By Nicholas Ballasy
While the Republican nomination for president is for all practical purposes decided, the Democrats are still squaring off for the nod. With 967 pledged delegates under his belt, Sen. John McCain, R-Ariz., is well on his way to getting the 1,191 delegates needed to capture the Republican nomination for president. The Democratic race is still too close to call.
Voters are demonstrating some interesting trends in the polls. Although Sen. Hillary Clinton, who currently has 1,031 pledged delegates, performed well on “Super Tuesday,” she has since lost steam because of Sen. Barack Obama’s 11-state winning streak. This has been attributed to Democratic voters’ calls for a “fresh” candidate who has no ties to past presidential politics. Many voters have indicated their desire to move away from the domination of members of the Bush and Clinton families in presidential politics.
Obama’s surge to 1,184 pledged delegates has largely been attributed to the fact that he was an outspoken critic of the war in Iraq when he was a state senator and when he was running for U.S. Senate. Clinton, on the other hand, voted to give President Bush the authorization to use military force to disarm Iraq.
“There is an overall sense of anti-incumbency among democratic primary voters,” said Michael Brogan, political forecaster, academic budget officer and adjunct instructor of political science. “This helps explain why these voters have turned away from Senator Clinton’s message of ‘experience’ and gravitated toward Sen. Obama’s message of ‘change.’”
In the last few weeks, we’ve seen both Sens. Clinton, D-N.Y., and Obama, D-Ill., move away from only taking jabs at each other to explaining why they are the best candidate to take on McCain in the general election. Statistically, Obama has the advantage over Clinton. A Bloomberg/Los Angeles Times survey released Wednesday shows that in a general-election match-up among registered voters, McCain is two points ahead of Obama, within the margin of error; he beats Clinton by six points. Obama would benefit from McCain’s links to George W. Bush, whose approval rating is below 30 percent. This link is mostly over McCain’s support for the war in Iraq; he has said the U.S. could be there for another 100 years.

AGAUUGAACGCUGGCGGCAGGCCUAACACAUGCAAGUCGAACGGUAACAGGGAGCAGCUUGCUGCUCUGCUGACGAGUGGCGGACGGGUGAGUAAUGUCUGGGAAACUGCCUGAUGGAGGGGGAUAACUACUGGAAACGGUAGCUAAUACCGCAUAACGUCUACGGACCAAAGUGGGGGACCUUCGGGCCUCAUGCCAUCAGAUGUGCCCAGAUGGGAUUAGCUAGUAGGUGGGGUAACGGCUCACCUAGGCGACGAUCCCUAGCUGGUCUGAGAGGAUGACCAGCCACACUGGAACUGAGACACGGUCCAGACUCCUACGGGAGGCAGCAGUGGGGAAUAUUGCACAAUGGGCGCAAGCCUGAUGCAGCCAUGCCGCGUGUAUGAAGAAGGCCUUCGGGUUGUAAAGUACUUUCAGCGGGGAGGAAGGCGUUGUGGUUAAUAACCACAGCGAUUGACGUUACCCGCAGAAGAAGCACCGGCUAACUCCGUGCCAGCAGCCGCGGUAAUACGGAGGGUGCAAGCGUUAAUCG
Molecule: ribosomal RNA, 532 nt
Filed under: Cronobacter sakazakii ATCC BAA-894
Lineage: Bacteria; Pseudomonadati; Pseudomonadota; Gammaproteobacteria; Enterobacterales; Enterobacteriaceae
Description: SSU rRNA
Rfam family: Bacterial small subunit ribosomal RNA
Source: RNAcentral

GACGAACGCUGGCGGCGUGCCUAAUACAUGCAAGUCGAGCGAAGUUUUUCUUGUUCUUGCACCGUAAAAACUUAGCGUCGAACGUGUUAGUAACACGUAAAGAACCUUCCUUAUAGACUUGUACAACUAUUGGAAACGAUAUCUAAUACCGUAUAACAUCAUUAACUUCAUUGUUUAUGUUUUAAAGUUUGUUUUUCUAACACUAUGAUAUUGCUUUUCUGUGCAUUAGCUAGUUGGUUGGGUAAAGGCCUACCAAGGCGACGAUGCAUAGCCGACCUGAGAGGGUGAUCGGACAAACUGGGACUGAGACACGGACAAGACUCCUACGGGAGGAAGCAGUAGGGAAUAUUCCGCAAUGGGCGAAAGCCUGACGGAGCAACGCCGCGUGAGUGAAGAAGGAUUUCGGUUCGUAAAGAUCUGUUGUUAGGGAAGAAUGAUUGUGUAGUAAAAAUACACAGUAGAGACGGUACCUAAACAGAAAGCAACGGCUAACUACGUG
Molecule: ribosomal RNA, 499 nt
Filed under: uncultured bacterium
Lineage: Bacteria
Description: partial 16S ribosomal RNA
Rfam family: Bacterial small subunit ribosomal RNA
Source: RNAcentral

“The political winds are against Republicans this November,” Brogan said. “What we know from the primaries so far is that such factors as increased levels of turnout, the poor performance of the economy, low presidential approval ratings, Iraq, as well as the push for change among the electorate do not favor Republicans.”
Obama has come across as a candidate wholly focused on the future and breaking away from the past, which has put him at an advantage when matched up against McCain. However, Clinton, who reminds voters of the 1990s and her husband’s presidency, does not do as well with voters. Voters may be forgetting that President Clinton turned President Bush Sr.’s deficit into a surplus, added millions of new jobs, moved more people out of poverty than ever before, kept the real estate market strong, prevented a recession and maintained America’s image abroad.
Regardless of President Clinton’s successes and Hillary’s experience as first lady, polls have shown that Obama fares better than Clinton among independents and has the ability to win Southern states in the general election that other Democratic candidates have struggled with in the past. If John Kerry had won Ohio in the last presidential election, he would have won the White House. It is likely that Obama can win all of the states Kerry won, plus Ohio and possibly Florida, as well as other swing states that went for Bush Jr. in 2004. With that in mind, coupled with his increasing amount of Democratic primary support, especially among young voters, I predict Obama will be the nominee who takes on McCain in the November general election.